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Norham adjudication

Norham adjudication, 1291–2. Edward I's adjudication of the claims put forward by John Balliol and twelve others to the vacant Scottish throne, which began at Norham, near Berwick-on-Tweed, on 10 May 1291. On the death of Margaret ‘the Maid of Norway’ (1290), the Scottish royal house had failed in the main line. Edward insisted on intervening in the succession dispute, or ‘Great Cause’, not as an impartial arbitrator, but as feudal overlord of Scotland; and his standing as such was recognized by the claimants, though not by the rest of the Scottish political community, in June 1291. Their claims were scrutinized by a court of 104 ‘auditors’ (assessors), and after the proceedings had resumed at Berwick, judgment was given on 17 November 1292 in favour of John Balliol, who was enthroned at Scone on 30 November. When on 26 December Edward extracted homage from Balliol as king of Scots, he was thereby unambiguously acknowledged as overlord of Scotland.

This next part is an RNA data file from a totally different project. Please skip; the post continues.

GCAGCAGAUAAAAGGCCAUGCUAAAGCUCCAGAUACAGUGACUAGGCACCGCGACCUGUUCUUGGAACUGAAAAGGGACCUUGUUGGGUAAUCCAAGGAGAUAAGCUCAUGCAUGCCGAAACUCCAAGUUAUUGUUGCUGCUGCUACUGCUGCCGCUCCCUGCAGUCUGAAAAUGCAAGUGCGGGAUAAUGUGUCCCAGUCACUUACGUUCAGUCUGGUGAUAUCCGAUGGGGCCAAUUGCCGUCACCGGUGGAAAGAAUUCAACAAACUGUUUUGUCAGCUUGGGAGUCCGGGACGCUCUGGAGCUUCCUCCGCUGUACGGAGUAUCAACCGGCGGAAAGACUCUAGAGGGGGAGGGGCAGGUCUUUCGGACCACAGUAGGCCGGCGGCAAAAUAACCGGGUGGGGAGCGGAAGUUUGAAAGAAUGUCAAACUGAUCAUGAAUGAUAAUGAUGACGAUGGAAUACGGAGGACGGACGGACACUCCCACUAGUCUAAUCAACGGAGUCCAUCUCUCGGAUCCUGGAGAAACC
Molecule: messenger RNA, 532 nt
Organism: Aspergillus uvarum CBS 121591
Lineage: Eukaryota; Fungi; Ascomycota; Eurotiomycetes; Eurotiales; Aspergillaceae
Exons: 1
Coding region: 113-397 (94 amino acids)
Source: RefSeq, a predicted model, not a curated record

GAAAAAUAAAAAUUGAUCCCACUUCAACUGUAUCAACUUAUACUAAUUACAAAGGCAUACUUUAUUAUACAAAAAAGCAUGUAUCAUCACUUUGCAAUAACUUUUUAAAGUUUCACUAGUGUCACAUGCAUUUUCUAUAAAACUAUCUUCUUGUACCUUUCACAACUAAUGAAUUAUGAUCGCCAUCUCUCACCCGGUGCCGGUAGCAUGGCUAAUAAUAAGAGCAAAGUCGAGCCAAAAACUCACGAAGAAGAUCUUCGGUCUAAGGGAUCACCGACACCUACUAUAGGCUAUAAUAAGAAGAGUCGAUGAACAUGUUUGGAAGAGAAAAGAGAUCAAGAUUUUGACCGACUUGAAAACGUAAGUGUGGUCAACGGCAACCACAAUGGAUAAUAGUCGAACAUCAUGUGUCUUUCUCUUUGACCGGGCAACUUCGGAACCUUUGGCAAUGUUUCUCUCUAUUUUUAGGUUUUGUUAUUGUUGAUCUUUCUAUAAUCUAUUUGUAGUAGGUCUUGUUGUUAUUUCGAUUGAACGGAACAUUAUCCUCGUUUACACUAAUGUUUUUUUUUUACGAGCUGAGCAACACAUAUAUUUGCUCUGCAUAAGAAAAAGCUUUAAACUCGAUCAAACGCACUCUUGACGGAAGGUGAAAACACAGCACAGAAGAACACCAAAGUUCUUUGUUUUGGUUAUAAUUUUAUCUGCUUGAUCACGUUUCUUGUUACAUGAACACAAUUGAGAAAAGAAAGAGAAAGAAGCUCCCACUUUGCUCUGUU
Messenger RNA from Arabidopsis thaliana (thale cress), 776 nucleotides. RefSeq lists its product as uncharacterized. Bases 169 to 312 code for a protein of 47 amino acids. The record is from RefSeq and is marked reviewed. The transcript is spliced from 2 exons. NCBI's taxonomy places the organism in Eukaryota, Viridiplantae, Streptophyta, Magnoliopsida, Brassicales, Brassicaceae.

Keith J. Stringer

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